Medieval Islamic manuscript available online

29 March 2007

pageThe Bodleian Library in collaboration with the Oriental Institute, University of Oxford has launched a website dedicated to The Book of Curiosities of the Sciences, and Marvels for the Eyes, the newly discovered medieval Arabic manuscript. Funded by the Heritage Lottery Fund and the AHRC, the project is an essential tool for scholars, students and teachers with an interest in Islamic history and culture.

The website contains an electronic high-quality reproduction of the manuscript, an edition of the Arabic text translated in English and a Teachers' Pack for Key Stage 3 (aimed at 11-14 year olds). It also provides a search tool in both English and Arabic. The website employs a new method for publishing maps with a mouse-over facility that allows the user to enlarge the labels and read the Arabic text with the translation alongside the label.

Lesley Forbes, Keeper of Oriental Collections, Bodleian Library said: The Book of Curiosities itself is incredibly important, containing some of the earliest and most arresting cartography of its kind. Thanks to the Heritage Lottery Fund and the AHRC we have been able to give this unique material the treatment it deserves. This new website employs an entirely new method for publishing and analysing maps, and, combined with the Teachers' Pack, is a valuable educational resource.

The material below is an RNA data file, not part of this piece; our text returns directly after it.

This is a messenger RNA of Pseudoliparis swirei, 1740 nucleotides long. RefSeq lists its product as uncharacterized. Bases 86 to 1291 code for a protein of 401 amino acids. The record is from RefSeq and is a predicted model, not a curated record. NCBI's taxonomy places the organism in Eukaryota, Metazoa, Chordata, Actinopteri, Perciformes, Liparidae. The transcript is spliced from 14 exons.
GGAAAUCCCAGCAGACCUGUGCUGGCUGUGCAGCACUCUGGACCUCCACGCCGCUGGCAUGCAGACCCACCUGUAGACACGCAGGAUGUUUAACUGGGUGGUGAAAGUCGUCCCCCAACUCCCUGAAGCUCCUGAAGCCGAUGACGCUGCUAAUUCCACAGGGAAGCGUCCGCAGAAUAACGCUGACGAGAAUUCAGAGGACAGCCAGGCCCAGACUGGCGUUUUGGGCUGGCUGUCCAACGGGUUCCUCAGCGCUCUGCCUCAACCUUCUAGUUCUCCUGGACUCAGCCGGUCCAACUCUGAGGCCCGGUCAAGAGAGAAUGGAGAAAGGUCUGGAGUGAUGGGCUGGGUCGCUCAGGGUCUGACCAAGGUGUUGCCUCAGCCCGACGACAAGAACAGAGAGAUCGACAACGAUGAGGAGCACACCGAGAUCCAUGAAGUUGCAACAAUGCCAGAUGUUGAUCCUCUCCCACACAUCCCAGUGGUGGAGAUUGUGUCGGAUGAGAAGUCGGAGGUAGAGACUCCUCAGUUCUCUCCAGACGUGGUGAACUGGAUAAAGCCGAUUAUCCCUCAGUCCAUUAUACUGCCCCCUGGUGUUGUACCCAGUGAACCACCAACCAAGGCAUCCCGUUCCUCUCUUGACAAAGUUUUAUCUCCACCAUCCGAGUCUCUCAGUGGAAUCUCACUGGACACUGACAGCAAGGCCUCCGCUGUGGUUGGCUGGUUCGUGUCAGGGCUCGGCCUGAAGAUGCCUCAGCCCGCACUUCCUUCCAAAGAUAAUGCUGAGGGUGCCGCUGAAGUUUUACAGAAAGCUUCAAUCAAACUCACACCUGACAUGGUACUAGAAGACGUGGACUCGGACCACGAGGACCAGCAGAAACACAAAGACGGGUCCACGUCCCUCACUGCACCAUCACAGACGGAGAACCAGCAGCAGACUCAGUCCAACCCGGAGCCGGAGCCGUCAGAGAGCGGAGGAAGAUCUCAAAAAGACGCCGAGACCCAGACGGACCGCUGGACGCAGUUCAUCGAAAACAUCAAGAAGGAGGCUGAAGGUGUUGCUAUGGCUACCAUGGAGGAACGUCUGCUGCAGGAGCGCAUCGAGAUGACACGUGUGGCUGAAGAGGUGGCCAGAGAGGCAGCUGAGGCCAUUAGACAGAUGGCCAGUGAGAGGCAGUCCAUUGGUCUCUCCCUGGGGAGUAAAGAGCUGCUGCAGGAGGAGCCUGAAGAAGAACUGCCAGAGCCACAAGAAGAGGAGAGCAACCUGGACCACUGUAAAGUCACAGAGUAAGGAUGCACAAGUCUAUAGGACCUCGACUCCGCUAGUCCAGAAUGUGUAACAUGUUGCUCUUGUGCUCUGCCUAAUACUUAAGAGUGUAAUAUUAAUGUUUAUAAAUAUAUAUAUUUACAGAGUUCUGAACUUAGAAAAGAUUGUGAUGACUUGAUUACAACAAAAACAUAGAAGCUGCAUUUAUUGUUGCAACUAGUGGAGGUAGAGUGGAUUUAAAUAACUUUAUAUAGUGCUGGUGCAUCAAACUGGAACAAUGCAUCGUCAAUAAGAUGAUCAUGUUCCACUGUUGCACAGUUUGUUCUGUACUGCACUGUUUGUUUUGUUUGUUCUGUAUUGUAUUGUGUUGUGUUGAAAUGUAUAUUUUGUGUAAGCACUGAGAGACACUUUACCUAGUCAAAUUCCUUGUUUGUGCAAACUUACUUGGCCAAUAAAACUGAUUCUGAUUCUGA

The Book of Curiosities is an illustrated anonymous cosmography, compiled in Egypt during the first half of the 11th century. The only known copy of this manuscript, probably made in the late 12th or early 13th century, was acquired by the Bodleian Library in 2002. Its unique maps and diagrams include: diagrams of star-groups and comets; a rectangular map of the world with a graphic scale (the earliest surviving example of such a map); a circular world map; individual maps of islands and ports in the eastern Mediterranean, including Sicily, Tinnis, Mahdia, Cyprus, and the Byzantine coasts of Asia Minor; maps illustrating the Mediterranean Sea as a whole, the Indian Ocean, and the Caspian Sea; and maps of five major rivers (the Nile, Indus, Oxus, Euphrates, and Tigris).

The Book of Curiosities was the centrepiece for a highly acclaimed exhibition at the Bodleian Library in 2004. It is also featured in the book Medieval Views of the Cosmos, published by the Bodleian Library. The publication can be ordered from

The official website of The Book of Curiosities is

Picture: The Map of the World in The Book of Curiosities. Copyright Bodleian Library.

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